Dreaming of Cairo, so I thought, and I was on some concrete balcony at the edge of the desert, with the city in the distance, illuminated by explosions – and the death-rattle of guns and screaming missiles echoed across the void between me and… them.
I peered harder and saw that the explosions were fireworks, lighting up the sky with their crackle and kaleidoscope wonder. And the city was maybe Romford, somewhere not quite London.
I woke up. It was still night. Deeply so. A blackbird was singing. It sounded so frail and confused, so beautiful, and so full of dread.
The icon on the map says airport, but there are no airports in Zamalek. There are lights in the sky though, from over the river at Salah Salem to the Marriott where westerners eat ful. Helicopters, flares and buckshot bring fireworks. The reports say the streets are filled with protestors and their cars – taxi horns blare incessantly through the night. The code remains the same: one blast of the horn, possible danger; two blasts, imminent tragedy; three, almost too late. We are almost too late. The horns never stop. The bronze lions of the Qasr Al-Nil Bridge avert their gaze.
We are waiting for something to happen. It has been weeks. What will be the endpoint of this struggle? There is no point in asking. Not now.
Everywhere becomes a museum, eventually. We should know, we live in one. Grown out of the craters of the past.
There is a natural cycle. The museums are unhoused too, in turn, by new ideologies, new ideas. We watch and wait.
How long is the cycle?
Our theory is that the cycle is as long as it takes for everyone to forget, for everyone to imagine they’re starting afresh.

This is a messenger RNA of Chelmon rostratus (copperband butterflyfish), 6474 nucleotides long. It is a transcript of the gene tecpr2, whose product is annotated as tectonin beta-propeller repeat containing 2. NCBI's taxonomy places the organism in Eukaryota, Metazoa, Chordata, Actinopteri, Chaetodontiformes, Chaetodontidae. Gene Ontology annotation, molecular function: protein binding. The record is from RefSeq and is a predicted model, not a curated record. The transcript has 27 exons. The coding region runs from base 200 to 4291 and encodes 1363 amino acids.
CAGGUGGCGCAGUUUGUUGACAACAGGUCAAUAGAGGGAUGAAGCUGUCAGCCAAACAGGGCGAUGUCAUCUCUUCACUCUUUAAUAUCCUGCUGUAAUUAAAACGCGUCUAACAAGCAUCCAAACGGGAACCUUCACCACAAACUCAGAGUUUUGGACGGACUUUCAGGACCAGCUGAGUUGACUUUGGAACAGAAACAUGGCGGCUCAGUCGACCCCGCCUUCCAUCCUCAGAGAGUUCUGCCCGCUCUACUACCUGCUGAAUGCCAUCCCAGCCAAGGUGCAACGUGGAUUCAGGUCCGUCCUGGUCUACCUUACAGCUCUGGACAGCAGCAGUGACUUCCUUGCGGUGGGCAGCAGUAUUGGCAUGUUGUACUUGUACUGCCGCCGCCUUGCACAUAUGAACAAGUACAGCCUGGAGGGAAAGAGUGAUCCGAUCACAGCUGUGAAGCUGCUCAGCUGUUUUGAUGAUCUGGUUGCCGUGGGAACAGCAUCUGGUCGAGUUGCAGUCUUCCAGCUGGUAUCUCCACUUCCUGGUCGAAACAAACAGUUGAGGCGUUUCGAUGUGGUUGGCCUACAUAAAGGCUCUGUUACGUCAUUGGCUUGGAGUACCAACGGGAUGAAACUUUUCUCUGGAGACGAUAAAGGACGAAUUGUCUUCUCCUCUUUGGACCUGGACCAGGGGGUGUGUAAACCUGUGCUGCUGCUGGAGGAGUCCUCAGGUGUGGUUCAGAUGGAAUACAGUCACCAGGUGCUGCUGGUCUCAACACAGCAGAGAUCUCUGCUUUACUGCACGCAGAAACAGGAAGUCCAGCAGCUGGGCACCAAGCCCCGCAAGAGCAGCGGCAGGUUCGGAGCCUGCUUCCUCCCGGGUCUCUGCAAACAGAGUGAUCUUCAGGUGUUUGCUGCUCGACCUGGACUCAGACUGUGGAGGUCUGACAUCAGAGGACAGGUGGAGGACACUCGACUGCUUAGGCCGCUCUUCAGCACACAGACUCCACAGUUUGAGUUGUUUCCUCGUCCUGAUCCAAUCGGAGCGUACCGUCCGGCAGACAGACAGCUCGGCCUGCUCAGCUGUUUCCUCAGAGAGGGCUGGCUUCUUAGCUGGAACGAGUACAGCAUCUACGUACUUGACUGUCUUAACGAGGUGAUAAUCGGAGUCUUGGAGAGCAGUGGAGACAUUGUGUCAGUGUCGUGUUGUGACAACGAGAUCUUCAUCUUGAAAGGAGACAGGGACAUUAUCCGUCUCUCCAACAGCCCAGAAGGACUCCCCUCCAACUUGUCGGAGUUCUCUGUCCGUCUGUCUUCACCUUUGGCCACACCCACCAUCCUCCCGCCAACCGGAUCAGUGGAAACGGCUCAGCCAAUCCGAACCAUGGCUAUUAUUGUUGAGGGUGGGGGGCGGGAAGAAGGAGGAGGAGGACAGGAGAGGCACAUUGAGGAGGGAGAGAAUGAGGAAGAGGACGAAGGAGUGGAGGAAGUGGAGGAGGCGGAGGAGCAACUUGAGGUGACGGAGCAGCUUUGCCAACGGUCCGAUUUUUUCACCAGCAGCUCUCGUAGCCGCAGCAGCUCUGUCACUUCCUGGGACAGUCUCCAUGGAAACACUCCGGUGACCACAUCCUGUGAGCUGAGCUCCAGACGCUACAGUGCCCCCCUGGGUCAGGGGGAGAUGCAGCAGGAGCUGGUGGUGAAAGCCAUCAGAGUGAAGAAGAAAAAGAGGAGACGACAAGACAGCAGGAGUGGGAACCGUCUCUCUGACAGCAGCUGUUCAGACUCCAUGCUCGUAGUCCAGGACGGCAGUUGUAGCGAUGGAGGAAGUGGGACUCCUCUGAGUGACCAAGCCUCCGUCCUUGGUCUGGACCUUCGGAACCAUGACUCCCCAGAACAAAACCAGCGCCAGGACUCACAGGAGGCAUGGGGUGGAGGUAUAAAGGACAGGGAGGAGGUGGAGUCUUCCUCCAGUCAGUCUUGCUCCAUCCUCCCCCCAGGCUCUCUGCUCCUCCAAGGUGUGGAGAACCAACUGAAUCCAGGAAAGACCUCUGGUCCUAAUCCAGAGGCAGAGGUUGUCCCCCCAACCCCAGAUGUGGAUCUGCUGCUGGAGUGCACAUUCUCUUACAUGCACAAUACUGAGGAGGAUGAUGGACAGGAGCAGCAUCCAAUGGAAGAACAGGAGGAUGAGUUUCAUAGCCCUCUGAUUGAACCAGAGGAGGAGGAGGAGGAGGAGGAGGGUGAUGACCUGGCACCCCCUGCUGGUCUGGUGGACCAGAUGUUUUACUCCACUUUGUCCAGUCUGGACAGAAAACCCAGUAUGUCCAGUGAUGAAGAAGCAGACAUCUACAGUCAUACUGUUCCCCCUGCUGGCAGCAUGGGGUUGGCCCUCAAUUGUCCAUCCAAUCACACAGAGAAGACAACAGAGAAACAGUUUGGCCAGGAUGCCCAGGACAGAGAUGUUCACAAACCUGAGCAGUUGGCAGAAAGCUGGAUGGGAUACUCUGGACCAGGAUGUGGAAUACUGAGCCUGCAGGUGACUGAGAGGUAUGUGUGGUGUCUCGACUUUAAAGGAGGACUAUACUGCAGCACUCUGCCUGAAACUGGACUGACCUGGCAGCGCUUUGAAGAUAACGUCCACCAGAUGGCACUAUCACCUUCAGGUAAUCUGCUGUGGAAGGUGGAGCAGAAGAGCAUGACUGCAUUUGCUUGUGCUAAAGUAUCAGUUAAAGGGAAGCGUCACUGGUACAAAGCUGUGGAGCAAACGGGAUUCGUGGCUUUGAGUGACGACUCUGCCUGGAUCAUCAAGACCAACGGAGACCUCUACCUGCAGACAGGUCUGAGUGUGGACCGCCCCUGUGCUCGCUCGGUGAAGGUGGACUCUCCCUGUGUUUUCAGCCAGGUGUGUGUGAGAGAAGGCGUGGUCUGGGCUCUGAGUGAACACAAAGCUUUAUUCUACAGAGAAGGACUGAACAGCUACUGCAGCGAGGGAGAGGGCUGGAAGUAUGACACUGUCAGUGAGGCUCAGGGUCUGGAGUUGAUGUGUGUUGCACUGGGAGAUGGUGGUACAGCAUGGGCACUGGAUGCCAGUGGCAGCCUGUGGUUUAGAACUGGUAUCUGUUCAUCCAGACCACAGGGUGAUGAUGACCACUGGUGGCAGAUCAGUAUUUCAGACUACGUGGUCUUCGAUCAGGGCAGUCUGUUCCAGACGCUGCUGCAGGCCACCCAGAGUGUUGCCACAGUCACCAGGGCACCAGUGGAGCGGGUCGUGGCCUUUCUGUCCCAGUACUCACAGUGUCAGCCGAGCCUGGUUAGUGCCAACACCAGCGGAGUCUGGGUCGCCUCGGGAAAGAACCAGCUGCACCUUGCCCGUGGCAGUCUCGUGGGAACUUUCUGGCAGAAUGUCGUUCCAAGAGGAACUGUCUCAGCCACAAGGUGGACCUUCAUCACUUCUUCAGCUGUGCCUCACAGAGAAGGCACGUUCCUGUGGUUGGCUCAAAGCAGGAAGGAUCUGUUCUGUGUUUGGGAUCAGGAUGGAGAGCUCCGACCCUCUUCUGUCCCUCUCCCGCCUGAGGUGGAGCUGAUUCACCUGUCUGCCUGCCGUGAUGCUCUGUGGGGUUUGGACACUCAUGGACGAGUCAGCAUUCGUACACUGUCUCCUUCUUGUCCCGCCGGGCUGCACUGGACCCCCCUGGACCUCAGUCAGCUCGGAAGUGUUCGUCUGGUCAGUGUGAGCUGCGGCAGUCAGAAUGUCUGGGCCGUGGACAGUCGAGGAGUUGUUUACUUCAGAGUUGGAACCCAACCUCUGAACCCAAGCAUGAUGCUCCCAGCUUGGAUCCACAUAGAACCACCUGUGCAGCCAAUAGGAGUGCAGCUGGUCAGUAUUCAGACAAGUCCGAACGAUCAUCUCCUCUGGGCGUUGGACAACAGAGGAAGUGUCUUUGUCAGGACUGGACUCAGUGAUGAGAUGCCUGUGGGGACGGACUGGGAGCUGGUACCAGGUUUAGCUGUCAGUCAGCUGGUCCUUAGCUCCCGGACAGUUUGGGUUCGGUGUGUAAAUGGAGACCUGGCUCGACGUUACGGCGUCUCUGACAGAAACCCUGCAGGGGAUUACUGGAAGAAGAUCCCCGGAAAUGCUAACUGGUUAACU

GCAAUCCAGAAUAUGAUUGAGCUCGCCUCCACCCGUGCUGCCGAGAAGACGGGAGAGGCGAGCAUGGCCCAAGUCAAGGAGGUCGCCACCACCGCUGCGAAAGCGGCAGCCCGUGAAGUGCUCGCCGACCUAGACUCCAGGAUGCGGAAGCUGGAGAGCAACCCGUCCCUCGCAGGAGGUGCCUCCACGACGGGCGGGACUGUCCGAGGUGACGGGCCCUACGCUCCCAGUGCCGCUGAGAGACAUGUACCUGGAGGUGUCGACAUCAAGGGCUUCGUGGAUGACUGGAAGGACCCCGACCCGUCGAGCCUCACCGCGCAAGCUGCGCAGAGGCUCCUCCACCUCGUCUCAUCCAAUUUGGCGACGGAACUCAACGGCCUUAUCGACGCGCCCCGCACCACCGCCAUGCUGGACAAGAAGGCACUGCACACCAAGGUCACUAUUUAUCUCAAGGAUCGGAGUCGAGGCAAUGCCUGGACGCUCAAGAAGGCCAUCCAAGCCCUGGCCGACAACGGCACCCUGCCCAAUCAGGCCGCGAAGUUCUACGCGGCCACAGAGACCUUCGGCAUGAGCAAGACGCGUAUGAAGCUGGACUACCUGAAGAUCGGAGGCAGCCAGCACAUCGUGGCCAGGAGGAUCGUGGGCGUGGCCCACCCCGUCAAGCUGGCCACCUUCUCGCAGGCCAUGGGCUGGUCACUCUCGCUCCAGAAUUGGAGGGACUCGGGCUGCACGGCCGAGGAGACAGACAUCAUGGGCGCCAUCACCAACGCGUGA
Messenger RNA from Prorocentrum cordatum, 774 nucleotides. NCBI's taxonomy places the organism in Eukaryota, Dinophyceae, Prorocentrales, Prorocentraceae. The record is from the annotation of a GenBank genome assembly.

Fourteen days? Thirty years?
Times change so slowly.
They would shiver if they thought about it. In February, when the squares are full and the bridges heave with sighs, they want freedom, no less.
Have you visited there on holiday? asks a colleague.
They know they deserve a break. Is this just their week in the sun? How long before we know?
Autumn is too long. It is immediate change they want. Crowds touching the city of the dead, North Africa. A distant call to prayer. Soldiers in tanks shake hands with locals waiting, waiting. They call it ‘unrest’. The unrest of years.
The hotel lobby is cool. The internet connection is slow and staff are hovering, scowling, grumbling. There are no flights out of Africa for days – news reports say a week, airlines say nothing until next month.
At the rooftop pool the air is choking thick with smog and the ten-lane jam of traffic across the dusty bridges of the grey Nile is incessant. Horns blare all around, drowning a tuneless call to prayer.
No one reads their airport fiction. They gaze across the sandy sprawl of city, thinking only of maps of Northern Europe – and ash.